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mrtools:tutorialsclassify [2015/10/13 00:38]
steeve
mrtools:tutorialsclassify [2015/10/28 00:30] (current)
justin
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 This tutorial explains classification analysis with fMRI data using mrTools. Classification analysis can be used to examine distributed patterns of activity - often subtle responses that are hard to examine with other methods. For example, the responses to different orientations which might be distributed across the cortex (see: [[http://​www.jneurosci.org/​content/​31/​13/​4792.long|Freeman et al]] and [[http://​www.cell.com/​neuron/​abstract/​S0896-6273(06)00586-1|Sasaki et al]] for how they are distributed). [[http://​www.nature.com/​neuro/​journal/​v8/​n5/​full/​nn1444.html|Kamitani and Tong]] showed that you could use classification techniques to read-out the orientation representation. That is, they build classifiers on a subset of data collected as subjects viewed gratings of different orientations and then tested that classifier with a left-out set of data. They were able to show that they could correctly determine what stimulus orientation subjects had been looking at, just by looking at their fMRI measured brain activity. Here we will go through what you need to know to do these types of analysis. The tutorial has one section on basics about classification (not necessarily about fMRI) and another section which uses actual fMRI to do a very simple classification analysis (was a stimulus presented above or below the fixation point?​). ​ This tutorial explains classification analysis with fMRI data using mrTools. Classification analysis can be used to examine distributed patterns of activity - often subtle responses that are hard to examine with other methods. For example, the responses to different orientations which might be distributed across the cortex (see: [[http://​www.jneurosci.org/​content/​31/​13/​4792.long|Freeman et al]] and [[http://​www.cell.com/​neuron/​abstract/​S0896-6273(06)00586-1|Sasaki et al]] for how they are distributed). [[http://​www.nature.com/​neuro/​journal/​v8/​n5/​full/​nn1444.html|Kamitani and Tong]] showed that you could use classification techniques to read-out the orientation representation. That is, they build classifiers on a subset of data collected as subjects viewed gratings of different orientations and then tested that classifier with a left-out set of data. They were able to show that they could correctly determine what stimulus orientation subjects had been looking at, just by looking at their fMRI measured brain activity. Here we will go through what you need to know to do these types of analysis. The tutorial has one section on basics about classification (not necessarily about fMRI) and another section which uses actual fMRI to do a very simple classification analysis (was a stimulus presented above or below the fixation point?​). ​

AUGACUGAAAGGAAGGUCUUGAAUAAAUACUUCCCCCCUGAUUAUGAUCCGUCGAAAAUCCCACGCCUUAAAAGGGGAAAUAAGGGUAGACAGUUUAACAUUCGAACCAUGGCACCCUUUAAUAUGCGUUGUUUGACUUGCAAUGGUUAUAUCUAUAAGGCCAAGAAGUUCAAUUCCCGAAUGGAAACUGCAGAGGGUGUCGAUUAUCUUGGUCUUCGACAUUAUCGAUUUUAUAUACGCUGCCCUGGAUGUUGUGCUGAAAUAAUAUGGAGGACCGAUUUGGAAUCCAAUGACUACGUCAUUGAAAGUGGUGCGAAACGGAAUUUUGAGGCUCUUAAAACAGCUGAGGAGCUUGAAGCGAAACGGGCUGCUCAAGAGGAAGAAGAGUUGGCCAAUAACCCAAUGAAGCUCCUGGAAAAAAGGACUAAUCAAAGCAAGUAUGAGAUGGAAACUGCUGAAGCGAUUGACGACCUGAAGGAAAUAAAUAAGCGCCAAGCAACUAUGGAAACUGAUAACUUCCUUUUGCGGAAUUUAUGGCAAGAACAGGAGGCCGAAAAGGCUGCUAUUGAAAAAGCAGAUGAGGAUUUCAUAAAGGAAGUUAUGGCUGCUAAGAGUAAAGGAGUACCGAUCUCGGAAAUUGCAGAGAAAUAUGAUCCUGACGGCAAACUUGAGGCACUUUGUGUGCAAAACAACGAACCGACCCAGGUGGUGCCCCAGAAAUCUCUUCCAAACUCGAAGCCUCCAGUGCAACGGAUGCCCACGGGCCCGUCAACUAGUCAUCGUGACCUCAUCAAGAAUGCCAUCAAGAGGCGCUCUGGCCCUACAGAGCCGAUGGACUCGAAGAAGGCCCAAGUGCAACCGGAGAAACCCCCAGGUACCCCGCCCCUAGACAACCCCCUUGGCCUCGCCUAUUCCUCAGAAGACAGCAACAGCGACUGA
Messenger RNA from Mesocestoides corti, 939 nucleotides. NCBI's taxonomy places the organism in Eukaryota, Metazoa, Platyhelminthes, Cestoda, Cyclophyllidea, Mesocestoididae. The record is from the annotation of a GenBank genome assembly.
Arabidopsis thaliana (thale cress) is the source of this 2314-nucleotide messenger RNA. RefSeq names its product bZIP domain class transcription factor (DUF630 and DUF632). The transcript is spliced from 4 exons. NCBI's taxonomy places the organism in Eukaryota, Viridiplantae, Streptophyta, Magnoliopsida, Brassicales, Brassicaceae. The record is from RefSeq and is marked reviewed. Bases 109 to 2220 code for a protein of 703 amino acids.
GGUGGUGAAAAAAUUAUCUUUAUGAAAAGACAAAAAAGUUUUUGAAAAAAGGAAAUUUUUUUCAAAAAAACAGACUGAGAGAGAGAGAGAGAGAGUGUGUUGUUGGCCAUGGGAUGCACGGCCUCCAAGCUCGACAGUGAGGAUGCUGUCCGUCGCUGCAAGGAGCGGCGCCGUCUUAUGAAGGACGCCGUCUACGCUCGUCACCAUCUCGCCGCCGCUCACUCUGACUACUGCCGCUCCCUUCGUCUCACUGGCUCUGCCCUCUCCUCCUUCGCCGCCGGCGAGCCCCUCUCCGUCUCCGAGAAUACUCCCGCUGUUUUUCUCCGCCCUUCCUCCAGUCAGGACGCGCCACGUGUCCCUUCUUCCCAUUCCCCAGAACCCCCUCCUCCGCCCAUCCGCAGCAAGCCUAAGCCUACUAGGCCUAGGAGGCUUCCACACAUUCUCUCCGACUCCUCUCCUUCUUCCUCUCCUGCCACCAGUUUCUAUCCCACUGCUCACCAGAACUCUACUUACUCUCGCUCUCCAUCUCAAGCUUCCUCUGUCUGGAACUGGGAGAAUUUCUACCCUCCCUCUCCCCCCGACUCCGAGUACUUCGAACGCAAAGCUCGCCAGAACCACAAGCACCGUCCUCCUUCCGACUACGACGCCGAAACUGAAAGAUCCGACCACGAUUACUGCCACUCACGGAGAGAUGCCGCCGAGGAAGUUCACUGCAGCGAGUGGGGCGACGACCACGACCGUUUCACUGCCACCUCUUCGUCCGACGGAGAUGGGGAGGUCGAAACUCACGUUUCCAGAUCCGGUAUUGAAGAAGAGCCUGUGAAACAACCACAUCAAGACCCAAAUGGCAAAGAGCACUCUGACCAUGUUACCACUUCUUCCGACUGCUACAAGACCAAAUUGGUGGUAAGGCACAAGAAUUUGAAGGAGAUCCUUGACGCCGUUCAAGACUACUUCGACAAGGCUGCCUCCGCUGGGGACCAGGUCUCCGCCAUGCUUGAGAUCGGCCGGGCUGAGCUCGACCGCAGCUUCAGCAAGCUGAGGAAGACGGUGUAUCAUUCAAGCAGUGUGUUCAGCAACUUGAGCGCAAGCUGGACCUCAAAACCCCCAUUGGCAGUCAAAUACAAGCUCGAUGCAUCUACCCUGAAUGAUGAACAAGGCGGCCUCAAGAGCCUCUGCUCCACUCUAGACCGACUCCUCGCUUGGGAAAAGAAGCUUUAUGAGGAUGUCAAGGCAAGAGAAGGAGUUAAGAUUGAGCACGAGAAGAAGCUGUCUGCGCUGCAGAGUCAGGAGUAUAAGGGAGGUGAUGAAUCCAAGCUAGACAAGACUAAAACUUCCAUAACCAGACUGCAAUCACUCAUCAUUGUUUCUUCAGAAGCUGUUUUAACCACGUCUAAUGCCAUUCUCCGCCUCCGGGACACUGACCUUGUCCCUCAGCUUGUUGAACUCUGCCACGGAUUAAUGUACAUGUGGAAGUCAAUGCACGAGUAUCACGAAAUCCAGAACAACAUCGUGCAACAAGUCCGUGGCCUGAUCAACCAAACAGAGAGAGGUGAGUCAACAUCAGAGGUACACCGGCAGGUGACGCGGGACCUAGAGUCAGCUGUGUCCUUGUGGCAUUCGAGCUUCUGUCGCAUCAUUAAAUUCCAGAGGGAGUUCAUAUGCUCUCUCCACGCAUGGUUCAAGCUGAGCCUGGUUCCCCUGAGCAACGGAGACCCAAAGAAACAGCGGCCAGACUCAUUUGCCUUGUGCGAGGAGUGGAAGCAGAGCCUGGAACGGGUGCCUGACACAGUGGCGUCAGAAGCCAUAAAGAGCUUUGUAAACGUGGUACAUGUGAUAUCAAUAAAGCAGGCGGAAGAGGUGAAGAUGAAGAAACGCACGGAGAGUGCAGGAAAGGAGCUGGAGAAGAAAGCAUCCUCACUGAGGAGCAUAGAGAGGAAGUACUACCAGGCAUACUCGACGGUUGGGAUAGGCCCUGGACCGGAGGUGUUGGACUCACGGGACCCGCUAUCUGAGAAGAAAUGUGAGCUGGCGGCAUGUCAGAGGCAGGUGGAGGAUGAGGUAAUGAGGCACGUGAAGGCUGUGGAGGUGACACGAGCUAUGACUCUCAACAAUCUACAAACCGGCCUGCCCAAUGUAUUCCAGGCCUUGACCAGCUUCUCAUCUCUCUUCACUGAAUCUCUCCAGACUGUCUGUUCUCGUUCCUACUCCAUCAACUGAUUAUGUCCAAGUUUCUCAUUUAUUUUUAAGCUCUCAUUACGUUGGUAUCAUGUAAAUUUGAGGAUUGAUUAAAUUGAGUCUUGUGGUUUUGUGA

-You can download ​the data for the second part here. Its a big file, so it may take some time to download.+To run the tutorial you will need to have some matlab files, that you get by downloading ​the following ​file [[http://​gru.stanford.edu/​pub/​classification.tar.gz|classification.tar.gz]]. After downloadingyou should be able to either double-click the file to make it into a directory, or from the command line do:
  
-You can download the tutorial files from:+  gunzip classification.tar.gz 
 +  tar xfv classification.tar
  
-[[http://​gru.stanford.edu/​pub/​classificationTutorial.tar.gz|classificationTutorial.tar.gz]]+And then add it to your path in matlab.
  
-Note that this is a rather ​big file, approximately 430MB.+  >> addpath(genpath('​~/​directoryWhereYouDownloaded/​classification'​));​ 
 + 
 +This is all you need to do for the first part of the tutorial.  
 + 
 +If you want to try the second part of the tutorial where you test some of the ideas on real data, then you can download the datahere. Its a big file, so it may take some time to download (approximately 430MB). 
 + 
 +[[http://​gru.stanford.edu/​pub/​classificationTutorial.tar.gz|classificationTutorial.tar.gz]]
  
 The files are provided as a tar/zip file. In Mac OS X you should be able to just click to open the files in the Finder. Otherwise, you can go to a terminal and do: The files are provided as a tar/zip file. In Mac OS X you should be able to just click to open the files in the Finder. Otherwise, you can go to a terminal and do:
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   gunzip classificationTutorial.tar.gz   gunzip classificationTutorial.tar.gz
   tar xvf classificationTutorial.tar   tar xvf classificationTutorial.tar
- 
  
 You should familiarize yourself with the basics of data analysis in mrTools by doing the [[:​mrTools:​tutorialsRetinotopy|retinotopy tutorial]] and the [[:​mrTools:​tutorialsEventRelated|event related tutorial]] before going through this tutorial. You should familiarize yourself with the basics of data analysis in mrTools by doing the [[:​mrTools:​tutorialsRetinotopy|retinotopy tutorial]] and the [[:​mrTools:​tutorialsEventRelated|event related tutorial]] before going through this tutorial.
- 
-Finally, you will need to download and put the following matlab functions into your path: 
- 
-  svn checkout http://​gru.stanford.edu/​svn/​matlab/​classification classification 
  
 Some documentation for these functions can be found [[:​mrtools:​classificationtools|here]]. Some documentation for these functions can be found [[:​mrtools:​classificationtools|here]].